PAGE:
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Health Psychol. 2008 Mar;27(2):159-69. doi: 10.1037/0278-6133.27.2.159.

Randomized controlled trial of an intervention to prevent adherence failure among HIV-infected patients initiating antiretroviral therapy.

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  • 1Centers for Disease Control and Prevention, National Center for HIV, STD, and TB Prevention, Division of HIV/AIDS Prevention, Atlanta, GA 30033, USA. lek5@cdc.gov



Compare the efficacy of a multicomponent social support intervention to standard-of-care counseling on medication adherence among HIV-infected patients initiating antiretroviral therapy.


Randomized controlled trial. Generalized estimating equations tested for differences in the percentage of participants achieving 90% adherence.


Pill-taking, electronically monitored over 6 consecutive months; plasma viral load (VL), assessed at 3 and 6 months following initiation of therapy.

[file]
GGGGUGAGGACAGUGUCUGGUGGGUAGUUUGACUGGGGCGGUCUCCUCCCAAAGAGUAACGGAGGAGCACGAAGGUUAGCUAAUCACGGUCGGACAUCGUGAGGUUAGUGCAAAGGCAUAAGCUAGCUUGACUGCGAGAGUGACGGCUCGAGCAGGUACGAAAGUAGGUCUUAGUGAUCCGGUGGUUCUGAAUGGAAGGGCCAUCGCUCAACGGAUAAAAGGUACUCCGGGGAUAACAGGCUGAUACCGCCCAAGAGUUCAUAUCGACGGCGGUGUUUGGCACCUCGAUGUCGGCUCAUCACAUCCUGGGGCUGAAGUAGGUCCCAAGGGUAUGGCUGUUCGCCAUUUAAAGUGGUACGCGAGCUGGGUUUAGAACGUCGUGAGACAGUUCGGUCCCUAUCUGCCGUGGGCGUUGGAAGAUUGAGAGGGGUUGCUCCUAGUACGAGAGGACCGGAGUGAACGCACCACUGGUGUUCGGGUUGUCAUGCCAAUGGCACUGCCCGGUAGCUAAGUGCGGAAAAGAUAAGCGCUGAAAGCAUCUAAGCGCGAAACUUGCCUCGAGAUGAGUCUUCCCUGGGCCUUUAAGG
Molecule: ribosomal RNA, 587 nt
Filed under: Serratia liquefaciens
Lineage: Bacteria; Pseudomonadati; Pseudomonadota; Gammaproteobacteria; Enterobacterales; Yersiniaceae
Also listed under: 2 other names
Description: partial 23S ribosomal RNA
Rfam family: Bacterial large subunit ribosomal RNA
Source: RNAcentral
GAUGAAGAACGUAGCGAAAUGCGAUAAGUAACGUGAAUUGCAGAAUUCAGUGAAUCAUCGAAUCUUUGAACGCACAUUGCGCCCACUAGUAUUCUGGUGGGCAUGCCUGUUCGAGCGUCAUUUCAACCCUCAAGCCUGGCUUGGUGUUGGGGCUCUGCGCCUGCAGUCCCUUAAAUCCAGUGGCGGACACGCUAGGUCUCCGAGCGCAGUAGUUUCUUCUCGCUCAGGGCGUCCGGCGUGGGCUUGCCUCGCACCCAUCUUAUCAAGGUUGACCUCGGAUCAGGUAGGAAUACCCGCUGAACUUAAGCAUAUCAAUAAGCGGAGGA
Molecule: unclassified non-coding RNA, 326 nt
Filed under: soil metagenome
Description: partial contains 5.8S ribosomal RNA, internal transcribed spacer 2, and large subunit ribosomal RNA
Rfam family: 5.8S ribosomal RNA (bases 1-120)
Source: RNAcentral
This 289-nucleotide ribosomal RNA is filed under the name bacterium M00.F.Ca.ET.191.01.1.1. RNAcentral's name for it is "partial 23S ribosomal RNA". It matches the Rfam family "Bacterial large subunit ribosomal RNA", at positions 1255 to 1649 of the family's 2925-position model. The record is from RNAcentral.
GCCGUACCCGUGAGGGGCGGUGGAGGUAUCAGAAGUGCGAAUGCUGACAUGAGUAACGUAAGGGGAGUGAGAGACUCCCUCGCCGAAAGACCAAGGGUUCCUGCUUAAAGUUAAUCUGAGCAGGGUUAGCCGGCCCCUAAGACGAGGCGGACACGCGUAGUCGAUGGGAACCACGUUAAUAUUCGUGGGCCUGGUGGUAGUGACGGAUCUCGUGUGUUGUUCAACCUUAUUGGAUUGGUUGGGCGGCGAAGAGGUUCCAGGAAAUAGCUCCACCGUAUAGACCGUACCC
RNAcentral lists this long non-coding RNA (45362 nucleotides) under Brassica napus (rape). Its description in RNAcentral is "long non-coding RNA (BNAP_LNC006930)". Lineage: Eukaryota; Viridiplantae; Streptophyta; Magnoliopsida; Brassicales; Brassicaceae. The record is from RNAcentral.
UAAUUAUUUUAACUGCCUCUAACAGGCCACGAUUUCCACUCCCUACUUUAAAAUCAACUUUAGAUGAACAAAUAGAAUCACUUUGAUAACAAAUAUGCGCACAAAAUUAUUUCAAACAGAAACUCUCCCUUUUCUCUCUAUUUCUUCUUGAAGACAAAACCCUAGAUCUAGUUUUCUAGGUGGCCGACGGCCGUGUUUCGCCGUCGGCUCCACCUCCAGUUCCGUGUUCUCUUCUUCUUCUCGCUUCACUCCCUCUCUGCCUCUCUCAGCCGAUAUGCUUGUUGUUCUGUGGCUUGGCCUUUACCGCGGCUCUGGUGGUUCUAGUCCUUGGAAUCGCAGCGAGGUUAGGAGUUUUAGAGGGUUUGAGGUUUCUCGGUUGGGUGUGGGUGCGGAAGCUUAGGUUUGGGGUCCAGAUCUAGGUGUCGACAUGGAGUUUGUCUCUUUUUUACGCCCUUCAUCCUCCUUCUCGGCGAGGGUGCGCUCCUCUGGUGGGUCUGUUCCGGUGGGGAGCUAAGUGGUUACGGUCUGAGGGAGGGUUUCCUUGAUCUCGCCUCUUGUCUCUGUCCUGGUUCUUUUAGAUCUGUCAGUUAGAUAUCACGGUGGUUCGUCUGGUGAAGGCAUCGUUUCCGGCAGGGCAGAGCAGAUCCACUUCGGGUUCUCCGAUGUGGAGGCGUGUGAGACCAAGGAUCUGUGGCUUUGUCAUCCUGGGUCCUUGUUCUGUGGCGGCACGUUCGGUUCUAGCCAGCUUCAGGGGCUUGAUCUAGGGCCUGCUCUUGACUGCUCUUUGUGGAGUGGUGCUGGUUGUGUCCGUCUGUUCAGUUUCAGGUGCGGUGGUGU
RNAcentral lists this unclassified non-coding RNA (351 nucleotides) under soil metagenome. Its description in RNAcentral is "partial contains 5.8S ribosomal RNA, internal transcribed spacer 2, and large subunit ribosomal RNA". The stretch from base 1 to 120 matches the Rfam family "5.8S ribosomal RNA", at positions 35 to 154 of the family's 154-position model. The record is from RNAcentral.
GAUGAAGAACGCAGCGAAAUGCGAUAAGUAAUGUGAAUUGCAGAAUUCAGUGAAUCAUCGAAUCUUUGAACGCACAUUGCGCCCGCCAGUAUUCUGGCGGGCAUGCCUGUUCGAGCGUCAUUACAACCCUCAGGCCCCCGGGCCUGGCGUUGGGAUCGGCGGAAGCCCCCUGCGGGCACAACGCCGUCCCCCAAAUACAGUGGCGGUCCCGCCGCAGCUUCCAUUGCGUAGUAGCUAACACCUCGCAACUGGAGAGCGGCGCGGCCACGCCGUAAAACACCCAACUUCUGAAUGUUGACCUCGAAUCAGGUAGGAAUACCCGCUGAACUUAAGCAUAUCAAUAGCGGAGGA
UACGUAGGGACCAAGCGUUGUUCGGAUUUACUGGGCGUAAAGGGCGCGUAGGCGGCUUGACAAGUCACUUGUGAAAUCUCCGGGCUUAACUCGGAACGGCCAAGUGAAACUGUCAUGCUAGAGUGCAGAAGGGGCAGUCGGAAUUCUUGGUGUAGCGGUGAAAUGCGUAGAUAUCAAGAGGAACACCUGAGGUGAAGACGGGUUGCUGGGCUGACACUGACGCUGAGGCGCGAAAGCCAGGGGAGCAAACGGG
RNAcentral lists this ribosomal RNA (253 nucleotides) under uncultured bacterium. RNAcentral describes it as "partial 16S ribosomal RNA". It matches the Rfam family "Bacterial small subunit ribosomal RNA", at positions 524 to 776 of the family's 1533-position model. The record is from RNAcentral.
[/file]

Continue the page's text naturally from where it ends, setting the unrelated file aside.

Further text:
Of 226 participants who were randomized and began the trial, 87 (38%) were lost to the study by 6 months. The proportion of adherent participants declined steadily over time, with no time by group interaction. Sustained adherence was associated with increased odds of achieving an undetectable VL (OR=1.78; 95% CI=1.01, 3.13). In intention-to-treat analyses, a larger proportion of the intervention group than the control group was adherent (40.15% vs. 27.59%, p=.02) and achieved an undetectable VL p=.04). However, the majority of participants who remained on study experienced some reduction in VL (>or=1-log drop or undetectable), regardless of experimental condition.


The multicomponent social support intervention significantly improved medication adherence over standard-of-care counseling; evidence for improved virologic outcomes was inconsistent. Early discontinuation of care and treatment may be a greater threat to the health of HIV patients than imperfect medication-taking.

Copyright (c) 2008 APA, all rights reserved.

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